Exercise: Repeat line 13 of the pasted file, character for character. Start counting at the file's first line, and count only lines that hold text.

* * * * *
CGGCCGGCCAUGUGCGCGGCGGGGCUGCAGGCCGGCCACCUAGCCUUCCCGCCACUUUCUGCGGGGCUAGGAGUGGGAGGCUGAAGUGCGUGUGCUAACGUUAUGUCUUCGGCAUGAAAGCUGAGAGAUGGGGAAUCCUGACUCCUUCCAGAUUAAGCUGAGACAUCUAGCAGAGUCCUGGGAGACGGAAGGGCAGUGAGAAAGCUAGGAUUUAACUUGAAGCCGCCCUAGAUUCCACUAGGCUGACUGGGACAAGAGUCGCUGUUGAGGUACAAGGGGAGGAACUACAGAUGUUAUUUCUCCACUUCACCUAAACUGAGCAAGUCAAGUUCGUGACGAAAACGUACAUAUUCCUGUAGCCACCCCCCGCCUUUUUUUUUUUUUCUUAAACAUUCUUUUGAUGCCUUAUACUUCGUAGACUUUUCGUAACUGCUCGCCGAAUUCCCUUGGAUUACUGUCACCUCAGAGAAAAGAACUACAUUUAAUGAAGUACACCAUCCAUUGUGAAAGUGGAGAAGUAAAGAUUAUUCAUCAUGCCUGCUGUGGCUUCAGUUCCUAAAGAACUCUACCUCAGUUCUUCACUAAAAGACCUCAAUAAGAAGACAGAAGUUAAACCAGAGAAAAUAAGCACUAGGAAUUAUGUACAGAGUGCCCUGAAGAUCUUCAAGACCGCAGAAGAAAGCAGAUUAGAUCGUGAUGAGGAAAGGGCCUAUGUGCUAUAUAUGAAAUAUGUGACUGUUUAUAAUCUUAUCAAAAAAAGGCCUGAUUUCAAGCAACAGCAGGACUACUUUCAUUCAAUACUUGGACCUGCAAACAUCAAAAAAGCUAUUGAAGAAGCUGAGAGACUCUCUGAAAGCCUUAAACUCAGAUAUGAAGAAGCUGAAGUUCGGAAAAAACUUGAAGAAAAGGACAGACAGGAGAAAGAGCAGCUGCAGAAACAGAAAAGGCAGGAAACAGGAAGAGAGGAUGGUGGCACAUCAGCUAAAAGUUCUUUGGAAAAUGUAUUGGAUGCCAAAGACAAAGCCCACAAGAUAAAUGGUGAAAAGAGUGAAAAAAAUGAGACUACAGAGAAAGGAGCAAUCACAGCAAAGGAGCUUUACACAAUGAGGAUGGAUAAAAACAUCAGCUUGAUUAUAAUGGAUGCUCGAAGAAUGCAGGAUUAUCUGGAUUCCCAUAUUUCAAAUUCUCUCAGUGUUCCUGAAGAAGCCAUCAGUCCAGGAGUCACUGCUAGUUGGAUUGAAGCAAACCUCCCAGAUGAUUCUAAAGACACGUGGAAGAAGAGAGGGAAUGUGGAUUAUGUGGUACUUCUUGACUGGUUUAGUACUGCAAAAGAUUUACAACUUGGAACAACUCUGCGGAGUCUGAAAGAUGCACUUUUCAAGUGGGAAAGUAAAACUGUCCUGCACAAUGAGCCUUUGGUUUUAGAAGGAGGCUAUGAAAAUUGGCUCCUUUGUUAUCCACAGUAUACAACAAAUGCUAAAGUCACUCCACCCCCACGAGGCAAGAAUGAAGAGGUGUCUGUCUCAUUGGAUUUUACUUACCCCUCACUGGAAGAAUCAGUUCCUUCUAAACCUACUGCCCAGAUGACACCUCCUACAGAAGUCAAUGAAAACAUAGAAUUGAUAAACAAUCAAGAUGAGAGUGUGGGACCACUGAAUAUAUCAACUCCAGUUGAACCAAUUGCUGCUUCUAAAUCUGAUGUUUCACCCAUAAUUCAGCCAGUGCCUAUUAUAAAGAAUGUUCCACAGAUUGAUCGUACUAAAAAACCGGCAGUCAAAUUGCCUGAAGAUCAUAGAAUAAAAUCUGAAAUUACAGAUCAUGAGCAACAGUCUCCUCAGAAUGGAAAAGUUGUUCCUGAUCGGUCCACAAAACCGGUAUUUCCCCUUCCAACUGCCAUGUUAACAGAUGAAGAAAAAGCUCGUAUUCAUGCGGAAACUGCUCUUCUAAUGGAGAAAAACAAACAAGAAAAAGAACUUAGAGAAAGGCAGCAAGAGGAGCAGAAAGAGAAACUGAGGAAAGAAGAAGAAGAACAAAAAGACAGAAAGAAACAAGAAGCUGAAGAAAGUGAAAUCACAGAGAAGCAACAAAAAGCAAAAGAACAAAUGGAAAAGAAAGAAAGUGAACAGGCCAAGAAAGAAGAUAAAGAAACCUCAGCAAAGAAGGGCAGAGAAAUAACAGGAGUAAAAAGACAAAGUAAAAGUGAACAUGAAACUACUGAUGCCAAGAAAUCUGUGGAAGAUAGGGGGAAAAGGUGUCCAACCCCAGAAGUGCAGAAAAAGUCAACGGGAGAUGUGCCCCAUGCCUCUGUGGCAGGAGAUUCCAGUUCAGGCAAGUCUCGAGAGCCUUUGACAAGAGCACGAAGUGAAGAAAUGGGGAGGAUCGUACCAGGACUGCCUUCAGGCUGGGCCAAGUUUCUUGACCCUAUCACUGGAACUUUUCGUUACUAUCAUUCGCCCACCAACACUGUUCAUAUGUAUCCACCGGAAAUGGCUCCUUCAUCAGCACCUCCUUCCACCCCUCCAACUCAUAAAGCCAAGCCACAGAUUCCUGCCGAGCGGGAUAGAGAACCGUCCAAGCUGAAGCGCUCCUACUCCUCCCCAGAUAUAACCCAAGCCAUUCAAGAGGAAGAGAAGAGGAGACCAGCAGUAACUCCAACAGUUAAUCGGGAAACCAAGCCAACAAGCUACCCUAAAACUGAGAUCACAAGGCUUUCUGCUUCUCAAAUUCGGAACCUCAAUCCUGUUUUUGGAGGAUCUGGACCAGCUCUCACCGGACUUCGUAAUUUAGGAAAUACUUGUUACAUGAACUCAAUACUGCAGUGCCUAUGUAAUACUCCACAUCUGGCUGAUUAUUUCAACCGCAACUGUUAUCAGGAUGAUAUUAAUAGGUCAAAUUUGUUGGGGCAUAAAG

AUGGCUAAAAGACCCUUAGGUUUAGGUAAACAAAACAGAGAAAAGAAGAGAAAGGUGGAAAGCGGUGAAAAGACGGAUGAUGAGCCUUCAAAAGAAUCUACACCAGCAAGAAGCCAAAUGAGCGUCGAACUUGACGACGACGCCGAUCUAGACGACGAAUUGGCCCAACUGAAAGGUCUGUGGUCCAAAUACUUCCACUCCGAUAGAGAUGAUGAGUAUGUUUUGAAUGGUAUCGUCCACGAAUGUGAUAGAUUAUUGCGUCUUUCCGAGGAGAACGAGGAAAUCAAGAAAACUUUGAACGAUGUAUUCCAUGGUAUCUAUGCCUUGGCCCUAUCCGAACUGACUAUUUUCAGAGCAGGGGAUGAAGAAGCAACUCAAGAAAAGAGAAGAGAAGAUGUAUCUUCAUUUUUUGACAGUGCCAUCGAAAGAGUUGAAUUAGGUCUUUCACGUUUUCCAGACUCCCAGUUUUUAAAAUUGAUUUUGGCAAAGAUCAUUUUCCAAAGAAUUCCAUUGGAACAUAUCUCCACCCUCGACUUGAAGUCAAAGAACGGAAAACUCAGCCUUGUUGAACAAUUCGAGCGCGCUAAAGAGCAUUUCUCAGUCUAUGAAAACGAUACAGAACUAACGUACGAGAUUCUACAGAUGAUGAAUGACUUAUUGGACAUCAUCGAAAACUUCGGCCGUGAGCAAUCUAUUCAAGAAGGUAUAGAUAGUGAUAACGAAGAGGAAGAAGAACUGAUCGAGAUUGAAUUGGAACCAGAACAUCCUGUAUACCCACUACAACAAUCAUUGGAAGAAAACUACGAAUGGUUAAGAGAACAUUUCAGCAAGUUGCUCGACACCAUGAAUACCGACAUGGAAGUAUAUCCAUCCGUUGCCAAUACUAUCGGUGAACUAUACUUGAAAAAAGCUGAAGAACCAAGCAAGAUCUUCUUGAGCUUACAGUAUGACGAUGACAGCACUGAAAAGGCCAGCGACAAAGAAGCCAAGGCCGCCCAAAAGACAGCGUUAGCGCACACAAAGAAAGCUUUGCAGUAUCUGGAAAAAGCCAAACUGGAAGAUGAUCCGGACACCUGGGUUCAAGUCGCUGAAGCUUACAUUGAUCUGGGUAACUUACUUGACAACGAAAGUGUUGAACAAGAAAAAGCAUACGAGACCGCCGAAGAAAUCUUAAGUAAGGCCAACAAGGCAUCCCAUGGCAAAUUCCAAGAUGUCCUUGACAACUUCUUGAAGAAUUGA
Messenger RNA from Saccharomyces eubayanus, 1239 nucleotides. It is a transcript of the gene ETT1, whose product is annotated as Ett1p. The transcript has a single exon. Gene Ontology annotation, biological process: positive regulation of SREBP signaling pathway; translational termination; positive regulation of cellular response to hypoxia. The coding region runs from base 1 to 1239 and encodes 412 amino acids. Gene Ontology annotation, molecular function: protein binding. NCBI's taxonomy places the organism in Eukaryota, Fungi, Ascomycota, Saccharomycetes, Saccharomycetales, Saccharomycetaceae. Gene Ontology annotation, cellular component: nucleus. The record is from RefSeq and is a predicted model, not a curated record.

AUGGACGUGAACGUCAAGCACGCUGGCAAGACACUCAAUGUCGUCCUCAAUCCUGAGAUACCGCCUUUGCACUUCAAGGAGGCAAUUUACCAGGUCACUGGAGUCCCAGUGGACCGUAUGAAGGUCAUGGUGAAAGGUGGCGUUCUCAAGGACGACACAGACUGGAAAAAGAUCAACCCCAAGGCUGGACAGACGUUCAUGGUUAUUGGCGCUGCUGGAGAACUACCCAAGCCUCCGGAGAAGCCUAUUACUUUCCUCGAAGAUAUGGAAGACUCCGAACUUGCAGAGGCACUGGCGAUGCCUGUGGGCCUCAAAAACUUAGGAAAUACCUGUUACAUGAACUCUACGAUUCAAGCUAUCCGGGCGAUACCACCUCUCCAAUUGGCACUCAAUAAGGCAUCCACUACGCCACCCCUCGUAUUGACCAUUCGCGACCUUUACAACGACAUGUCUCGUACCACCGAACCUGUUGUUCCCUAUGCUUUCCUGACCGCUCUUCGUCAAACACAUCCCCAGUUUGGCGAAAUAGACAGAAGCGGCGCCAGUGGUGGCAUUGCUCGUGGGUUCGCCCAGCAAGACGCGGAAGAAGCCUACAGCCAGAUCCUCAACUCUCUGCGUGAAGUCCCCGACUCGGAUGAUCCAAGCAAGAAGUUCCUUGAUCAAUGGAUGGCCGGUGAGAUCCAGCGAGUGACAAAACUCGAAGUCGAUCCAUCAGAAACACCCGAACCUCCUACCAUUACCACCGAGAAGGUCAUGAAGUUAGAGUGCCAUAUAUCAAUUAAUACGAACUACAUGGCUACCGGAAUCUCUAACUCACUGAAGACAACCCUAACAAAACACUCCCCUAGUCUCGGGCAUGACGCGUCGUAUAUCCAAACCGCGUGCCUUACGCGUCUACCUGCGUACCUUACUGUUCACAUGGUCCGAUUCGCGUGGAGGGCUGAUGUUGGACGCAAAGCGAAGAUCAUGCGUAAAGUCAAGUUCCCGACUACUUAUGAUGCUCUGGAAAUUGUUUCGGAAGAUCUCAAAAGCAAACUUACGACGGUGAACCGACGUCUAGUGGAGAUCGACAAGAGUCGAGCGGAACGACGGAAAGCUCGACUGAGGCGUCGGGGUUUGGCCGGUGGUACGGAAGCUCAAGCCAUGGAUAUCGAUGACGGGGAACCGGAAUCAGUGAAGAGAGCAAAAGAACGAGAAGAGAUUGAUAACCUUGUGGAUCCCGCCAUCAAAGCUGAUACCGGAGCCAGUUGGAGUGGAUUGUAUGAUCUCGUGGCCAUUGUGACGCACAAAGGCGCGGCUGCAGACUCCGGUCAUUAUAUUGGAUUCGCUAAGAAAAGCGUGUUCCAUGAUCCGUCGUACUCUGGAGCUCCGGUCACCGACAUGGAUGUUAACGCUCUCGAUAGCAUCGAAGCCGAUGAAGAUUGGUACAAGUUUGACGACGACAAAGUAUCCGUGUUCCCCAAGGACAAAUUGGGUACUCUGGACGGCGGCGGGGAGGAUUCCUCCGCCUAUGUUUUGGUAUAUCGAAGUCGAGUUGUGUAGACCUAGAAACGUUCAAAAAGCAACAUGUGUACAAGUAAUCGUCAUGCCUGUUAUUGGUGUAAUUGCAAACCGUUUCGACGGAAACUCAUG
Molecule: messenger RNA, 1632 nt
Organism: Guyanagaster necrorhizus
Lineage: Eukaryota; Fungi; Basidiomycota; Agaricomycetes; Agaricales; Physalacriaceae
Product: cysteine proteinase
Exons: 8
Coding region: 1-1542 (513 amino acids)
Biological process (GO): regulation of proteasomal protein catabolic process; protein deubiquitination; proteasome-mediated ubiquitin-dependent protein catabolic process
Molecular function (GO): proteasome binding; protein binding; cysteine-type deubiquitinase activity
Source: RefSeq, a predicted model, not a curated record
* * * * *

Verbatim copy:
Source: RefSeq, a predicted model, not a curated record